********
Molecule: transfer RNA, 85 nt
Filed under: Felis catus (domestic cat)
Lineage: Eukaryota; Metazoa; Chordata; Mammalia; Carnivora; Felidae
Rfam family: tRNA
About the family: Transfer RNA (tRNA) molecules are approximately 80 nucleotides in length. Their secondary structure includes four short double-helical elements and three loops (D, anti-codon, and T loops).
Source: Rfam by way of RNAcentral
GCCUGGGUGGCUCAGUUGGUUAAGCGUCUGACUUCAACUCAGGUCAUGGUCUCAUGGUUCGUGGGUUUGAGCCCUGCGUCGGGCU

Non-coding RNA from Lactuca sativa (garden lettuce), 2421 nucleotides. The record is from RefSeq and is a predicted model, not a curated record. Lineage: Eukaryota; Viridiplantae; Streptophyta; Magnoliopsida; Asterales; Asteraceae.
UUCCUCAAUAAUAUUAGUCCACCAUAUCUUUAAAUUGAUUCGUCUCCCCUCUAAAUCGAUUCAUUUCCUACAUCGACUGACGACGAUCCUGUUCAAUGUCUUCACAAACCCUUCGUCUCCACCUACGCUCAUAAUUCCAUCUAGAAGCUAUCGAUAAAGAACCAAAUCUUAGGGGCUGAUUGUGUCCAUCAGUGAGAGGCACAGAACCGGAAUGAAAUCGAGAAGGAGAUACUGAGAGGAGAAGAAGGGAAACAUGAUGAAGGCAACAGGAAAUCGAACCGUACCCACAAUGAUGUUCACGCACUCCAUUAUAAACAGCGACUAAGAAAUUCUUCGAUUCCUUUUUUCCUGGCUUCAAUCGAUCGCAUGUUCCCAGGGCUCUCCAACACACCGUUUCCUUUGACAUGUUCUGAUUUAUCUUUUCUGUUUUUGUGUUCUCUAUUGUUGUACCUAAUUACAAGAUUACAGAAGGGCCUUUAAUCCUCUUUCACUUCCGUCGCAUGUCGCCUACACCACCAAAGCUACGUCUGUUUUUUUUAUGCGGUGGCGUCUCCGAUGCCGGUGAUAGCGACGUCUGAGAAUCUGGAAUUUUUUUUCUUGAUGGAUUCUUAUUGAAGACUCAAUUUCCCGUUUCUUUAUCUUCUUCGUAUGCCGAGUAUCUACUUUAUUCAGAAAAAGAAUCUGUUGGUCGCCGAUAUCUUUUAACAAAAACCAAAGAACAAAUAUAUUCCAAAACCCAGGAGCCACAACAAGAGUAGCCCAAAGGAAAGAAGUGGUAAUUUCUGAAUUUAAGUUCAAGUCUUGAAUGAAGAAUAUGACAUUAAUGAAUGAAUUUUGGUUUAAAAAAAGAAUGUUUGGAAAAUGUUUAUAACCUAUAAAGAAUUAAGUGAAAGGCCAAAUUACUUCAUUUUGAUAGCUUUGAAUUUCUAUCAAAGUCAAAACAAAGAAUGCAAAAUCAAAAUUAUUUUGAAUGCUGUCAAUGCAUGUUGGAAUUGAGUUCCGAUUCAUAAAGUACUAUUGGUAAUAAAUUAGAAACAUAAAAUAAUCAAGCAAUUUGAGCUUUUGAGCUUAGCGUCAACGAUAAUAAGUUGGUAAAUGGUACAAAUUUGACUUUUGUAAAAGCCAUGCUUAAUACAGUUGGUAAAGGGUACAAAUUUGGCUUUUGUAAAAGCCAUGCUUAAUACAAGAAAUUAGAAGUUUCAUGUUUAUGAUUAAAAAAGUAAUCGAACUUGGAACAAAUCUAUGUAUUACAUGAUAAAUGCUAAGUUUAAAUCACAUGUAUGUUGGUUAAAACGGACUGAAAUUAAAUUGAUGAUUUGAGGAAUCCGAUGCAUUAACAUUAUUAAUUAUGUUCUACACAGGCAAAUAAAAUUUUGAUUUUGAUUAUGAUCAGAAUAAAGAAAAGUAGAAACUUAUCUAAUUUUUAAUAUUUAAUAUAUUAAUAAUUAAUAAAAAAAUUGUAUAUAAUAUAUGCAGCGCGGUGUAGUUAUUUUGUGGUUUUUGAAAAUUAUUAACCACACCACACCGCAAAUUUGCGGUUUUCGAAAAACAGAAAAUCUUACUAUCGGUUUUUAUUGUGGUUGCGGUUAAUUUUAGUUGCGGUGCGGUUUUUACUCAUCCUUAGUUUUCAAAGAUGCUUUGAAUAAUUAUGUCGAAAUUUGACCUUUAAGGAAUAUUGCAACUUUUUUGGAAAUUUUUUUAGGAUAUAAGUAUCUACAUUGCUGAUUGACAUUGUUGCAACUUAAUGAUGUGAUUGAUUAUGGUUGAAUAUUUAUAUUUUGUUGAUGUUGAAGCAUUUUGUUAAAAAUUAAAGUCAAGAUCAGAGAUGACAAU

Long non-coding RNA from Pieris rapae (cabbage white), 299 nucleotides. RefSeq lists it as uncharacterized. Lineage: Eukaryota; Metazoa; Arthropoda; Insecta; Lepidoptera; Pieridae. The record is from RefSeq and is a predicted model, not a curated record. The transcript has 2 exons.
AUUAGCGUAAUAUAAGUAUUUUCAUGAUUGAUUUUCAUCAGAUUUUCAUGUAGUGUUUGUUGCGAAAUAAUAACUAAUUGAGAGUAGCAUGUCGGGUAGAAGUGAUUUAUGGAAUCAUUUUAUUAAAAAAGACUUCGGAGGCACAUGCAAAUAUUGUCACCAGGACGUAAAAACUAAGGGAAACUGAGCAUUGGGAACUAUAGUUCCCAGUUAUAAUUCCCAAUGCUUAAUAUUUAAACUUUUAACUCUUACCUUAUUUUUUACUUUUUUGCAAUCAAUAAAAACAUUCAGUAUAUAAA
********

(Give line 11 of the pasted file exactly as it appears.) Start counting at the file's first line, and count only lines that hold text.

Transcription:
AUUAGCGUAAUAUAAGUAUUUUCAUGAUUGAUUUUCAUCAGAUUUUCAUGUAGUGUUUGUUGCGAAAUAAUAACUAAUUGAGAGUAGCAUGUCGGGUAGAAGUGAUUUAUGGAAUCAUUUUAUUAAAAAAGACUUCGGAGGCACAUGCAAAUAUUGUCACCAGGACGUAAAAACUAAGGGAAACUGAGCAUUGGGAACUAUAGUUCCCAGUUAUAAUUCCCAAUGCUUAAUAUUUAAACUUUUAACUCUUACCUUAUUUUUUACUUUUUUGCAAUCAAUAAAAACAUUCAGUAUAUAAA